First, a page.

This book is Moore's most personal to date—and will be irresistible to fans and foes alike. A sort of anti-memoir, Moore breaks the autobiographical mode while he hilariously presents twenty far-ranging, irreverent vignettes from his own life.
Moore is his own meta-Forrest Gump, as one moment he's an eleven-year-old boy stuck on a Senate elevator with Bobby Kennedy, and the next moment he's inside the Bitburg cemetery with a dazed and confused Ronald Reagan. Changing planes in Vienna, he escapes death at the hands of the terrorist Abu Nidal (others weren't so lucky). In search one day for a bag of Ruffles potato chips, he ends up eliminating racial discrimination at private clubs all across America. He founded his first underground newspaper in fourth grade.
He refused an offer to be on the CBS Evening News with Walter Cronkite at sixteen ("There's not enough Clearasil in the world for that to happen"). And he became the youngest elected official in the country at age eighteen by enlisting an "army of local stoners' who had no idea what they were doing as his campaign staff. And none of that even comes close to the night the friendly priest at the seminary decided to show him how to perform his own exorcism.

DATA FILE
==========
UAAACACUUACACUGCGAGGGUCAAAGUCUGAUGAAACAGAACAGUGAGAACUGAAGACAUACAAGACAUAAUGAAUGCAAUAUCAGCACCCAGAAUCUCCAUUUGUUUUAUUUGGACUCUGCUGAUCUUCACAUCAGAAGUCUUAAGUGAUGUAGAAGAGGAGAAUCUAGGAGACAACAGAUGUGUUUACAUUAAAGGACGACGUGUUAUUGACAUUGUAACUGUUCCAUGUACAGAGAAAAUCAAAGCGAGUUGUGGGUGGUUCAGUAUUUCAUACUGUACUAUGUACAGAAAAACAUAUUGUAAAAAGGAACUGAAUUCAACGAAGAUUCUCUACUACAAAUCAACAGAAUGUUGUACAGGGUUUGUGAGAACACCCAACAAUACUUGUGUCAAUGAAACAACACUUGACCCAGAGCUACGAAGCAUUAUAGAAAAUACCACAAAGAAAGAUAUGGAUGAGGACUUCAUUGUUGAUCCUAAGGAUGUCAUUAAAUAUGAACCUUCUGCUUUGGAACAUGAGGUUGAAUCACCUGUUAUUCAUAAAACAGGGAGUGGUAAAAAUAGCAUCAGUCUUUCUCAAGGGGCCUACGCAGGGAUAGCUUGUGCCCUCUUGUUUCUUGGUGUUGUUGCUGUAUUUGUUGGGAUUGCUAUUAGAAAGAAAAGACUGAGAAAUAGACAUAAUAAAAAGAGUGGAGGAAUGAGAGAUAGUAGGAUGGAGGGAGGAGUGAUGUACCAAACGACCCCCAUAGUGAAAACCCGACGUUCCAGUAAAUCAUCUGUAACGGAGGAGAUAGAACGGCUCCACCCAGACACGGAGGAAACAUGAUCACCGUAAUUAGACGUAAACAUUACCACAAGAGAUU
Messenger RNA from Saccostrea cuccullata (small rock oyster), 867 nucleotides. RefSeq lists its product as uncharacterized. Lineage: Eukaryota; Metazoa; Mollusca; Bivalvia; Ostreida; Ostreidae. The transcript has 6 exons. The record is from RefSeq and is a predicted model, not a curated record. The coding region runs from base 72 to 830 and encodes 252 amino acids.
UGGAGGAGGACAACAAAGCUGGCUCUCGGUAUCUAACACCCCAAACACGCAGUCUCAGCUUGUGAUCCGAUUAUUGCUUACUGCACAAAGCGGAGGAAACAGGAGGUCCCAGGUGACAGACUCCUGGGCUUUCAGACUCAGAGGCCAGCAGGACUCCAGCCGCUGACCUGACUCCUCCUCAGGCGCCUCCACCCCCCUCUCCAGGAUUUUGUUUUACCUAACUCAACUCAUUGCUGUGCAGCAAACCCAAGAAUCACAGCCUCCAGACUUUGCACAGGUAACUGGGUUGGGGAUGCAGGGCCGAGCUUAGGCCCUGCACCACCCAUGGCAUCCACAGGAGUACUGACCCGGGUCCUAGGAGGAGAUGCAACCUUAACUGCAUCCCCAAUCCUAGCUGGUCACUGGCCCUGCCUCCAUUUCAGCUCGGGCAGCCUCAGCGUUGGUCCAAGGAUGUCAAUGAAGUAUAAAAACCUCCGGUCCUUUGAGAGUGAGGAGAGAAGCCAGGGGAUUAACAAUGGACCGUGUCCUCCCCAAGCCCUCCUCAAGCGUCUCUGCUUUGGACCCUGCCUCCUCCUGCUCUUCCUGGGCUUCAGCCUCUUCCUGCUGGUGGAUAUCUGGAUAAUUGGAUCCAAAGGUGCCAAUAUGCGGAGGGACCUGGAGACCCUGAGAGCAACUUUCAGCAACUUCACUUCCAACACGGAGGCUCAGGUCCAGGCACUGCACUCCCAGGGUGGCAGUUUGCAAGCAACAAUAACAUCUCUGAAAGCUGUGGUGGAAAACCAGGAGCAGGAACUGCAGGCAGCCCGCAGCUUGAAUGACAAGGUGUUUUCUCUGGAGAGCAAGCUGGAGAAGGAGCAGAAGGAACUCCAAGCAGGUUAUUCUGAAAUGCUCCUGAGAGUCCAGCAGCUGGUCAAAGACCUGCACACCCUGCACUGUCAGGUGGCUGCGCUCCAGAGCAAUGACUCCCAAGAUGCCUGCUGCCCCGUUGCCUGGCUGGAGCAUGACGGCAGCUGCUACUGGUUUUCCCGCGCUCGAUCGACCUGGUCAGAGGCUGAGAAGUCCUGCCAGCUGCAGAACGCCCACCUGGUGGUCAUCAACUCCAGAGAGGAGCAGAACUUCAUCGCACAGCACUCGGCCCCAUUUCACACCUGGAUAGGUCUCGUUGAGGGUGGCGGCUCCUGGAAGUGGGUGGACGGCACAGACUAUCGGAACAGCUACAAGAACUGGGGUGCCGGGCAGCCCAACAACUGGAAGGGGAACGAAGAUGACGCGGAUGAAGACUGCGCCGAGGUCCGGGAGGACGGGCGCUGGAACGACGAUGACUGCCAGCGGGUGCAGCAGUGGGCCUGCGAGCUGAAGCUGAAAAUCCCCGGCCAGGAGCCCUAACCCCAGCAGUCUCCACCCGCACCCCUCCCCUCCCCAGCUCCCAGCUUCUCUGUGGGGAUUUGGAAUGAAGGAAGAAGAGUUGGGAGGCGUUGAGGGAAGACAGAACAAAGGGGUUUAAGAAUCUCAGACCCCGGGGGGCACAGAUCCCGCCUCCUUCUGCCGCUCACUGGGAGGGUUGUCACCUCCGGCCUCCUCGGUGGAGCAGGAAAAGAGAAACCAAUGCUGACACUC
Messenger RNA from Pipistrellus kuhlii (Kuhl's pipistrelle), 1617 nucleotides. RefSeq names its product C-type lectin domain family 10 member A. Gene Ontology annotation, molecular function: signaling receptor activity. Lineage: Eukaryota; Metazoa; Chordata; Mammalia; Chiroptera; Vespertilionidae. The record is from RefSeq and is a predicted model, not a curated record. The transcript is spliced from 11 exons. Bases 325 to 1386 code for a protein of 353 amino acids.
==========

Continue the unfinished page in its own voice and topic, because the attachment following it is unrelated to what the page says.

All of this is the stuff that makes for great fiction—but every one of these stories is true and from the life of one Michael Moore, a son of Flint, Michigan, who became an iconic voice for American progressives everywhere. But before Michael Moore became the Oscar-winning filmmaker and all-round rabble rouser and thorn-in-the-side of corporate and right-wing America, there was the guy who had an uncanny knack of just showing up where history was being made. Like the night he was passing through Berlin and some crazies started chiseling on a very large wall. The next thing he knew he was on top of that wall, taunting soldiers who apparently thought he wasn't worth wasting a bullet on.
This audiobook is a wild, revealing, take-no-prisoners ride through the early life of Michael Moore. Alternately funny, eye-opening, and moving, this is a book Michael Moore has been writing—and living—for a very long time.